Man in court over Alan Ryan killing

Wed, Oct 24, 2012, 01:00

A death threat was made today to a man charged in connection with the murder of Real IRA figure Alan Ryan.

Associates of the dissident republican shouted “he should be f****** shot” before Thomas Hunt was brought before Dublin District Court for withholding information.

Ryan was shot dead on September 3rd while walking with an associate on Grange Lodge Avenue, Clongriffin, north Dublin.

Ryan's Real IRA faction was involved in extortion and intimidation of drug dealers and racketeering against pub and club owners.

Mr Hunt (39), is the first person to be charged in relation to Ryan’s murder.

The court room was cleared, with just Mr Hunt’s family members, gardaí, solicitors and members of the media allowed to remain for the hearing, which was held under the Bail Act.

Judge Patricia McNamara called on all members of the public not involved with the hearing to leave, but two men who identified themselves as friends of the late republican refused to do so. “Alan was our friend,” said one.

As gardaí removed the men from the court, he added: "Tiocfaidh ár lá" and “He should be f****** shot.”

The suspect and another man were arrested last Thursday under special anti-gang laws. A Garda spokesman confirmed the second man remains in custody.

Garda Alan Roche, of Coolock Garda station, said Mr Hunt made no reply when charged last night with withholding information which might have been of material assistance in securing the apprehension, prosecution or conviction of a person on September 3rd.

He told the court it was a complex investigation with various aspects of evidence against the accused, including a large body of CCTV, witness statements and telephonic and computer evidence.

Mr Roche also raised concerns that, given the seriousness of the charge, the accused could flee the jurisdiction if granted bail and told the judge this could not be overlooked.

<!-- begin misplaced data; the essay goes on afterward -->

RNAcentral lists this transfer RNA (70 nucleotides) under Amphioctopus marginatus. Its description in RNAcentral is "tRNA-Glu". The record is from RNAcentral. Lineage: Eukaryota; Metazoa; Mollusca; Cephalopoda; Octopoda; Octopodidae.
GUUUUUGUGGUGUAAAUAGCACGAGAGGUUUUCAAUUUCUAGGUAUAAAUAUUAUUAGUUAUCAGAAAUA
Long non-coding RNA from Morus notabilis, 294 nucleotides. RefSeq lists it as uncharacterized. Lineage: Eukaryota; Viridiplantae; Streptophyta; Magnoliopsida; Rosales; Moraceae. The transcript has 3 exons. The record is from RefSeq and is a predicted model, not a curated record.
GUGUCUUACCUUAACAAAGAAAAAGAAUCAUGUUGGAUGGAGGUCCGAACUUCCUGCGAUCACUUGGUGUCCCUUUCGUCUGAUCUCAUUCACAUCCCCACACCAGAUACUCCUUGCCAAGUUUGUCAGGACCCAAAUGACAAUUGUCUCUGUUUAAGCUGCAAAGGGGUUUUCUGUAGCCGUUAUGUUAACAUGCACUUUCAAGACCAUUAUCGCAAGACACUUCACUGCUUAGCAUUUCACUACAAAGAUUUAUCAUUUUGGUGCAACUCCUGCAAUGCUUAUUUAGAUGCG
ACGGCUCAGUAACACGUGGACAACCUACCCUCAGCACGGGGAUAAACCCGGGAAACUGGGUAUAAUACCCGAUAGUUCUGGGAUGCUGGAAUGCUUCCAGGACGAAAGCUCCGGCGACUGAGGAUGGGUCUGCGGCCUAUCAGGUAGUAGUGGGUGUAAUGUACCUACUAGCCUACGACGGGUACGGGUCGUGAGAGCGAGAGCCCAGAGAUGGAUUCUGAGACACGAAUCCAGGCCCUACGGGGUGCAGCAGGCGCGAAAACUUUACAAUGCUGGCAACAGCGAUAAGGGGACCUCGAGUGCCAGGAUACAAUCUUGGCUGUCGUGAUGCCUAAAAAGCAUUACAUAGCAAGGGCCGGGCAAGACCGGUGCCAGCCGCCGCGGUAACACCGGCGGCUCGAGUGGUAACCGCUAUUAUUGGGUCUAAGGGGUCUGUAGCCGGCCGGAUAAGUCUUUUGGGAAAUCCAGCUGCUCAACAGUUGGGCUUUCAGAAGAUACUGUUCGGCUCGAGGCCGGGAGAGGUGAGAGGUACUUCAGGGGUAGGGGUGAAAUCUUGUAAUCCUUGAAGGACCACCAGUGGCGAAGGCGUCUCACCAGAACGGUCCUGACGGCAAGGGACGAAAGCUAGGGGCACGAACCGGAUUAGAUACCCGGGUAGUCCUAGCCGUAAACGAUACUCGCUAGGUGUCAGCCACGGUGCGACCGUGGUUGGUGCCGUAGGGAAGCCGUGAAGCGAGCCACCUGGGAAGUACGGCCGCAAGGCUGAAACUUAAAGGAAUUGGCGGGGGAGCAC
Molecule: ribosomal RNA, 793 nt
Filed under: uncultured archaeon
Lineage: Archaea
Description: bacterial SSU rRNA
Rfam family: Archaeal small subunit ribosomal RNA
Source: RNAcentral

However Jenny McGeever, in defence, argued her client would be contesting the charge which carries a five-year sentence.

She said gardaí had exhausted every avenue during the seven days they held Hunt, a father-of-two who has lived with his partner for 20 years and was rooted in the community in Dublin’s north inner city. “He had a bad health diagnosis in recent years which received very substantial treatment in hospital and that is an ongoing aspect of his life,” she said, adding that he has no addictions.

The solicitor maintained the only CCTV footage of him showed him making a purchase in his local shop, adding that all other evidence would be tested during a trial. “There isn’t a smidgen of any evidence at all that my client has done anything in respect of these matters to leave the jurisdiction,” said Ms McGeever.

Dressed in a grey tracksuit, hoody and padded body warmer, Mr Hunt did not address the court during the hearing.

Judge McNamara granted bail but imposed the high amount for the bond and surety given the seriousness of the offence and fears expressed by gardaí.

There was no objection to legal aid by gardaí, who have approved an alternative address for Mr Hunt to live at when bailed.

Mr Hunt was freed pending the payment of a bond of €6,000 and independent surety of €10,000.

Conditions include signing on at a Garda station three days a week, providing gardaí with a mobile number, not applying for a new passport and not interfering with witnesses.

Mr Hunt, whose exact Dublin address was not released, will reappear at Cloverhill Court next Wednesday.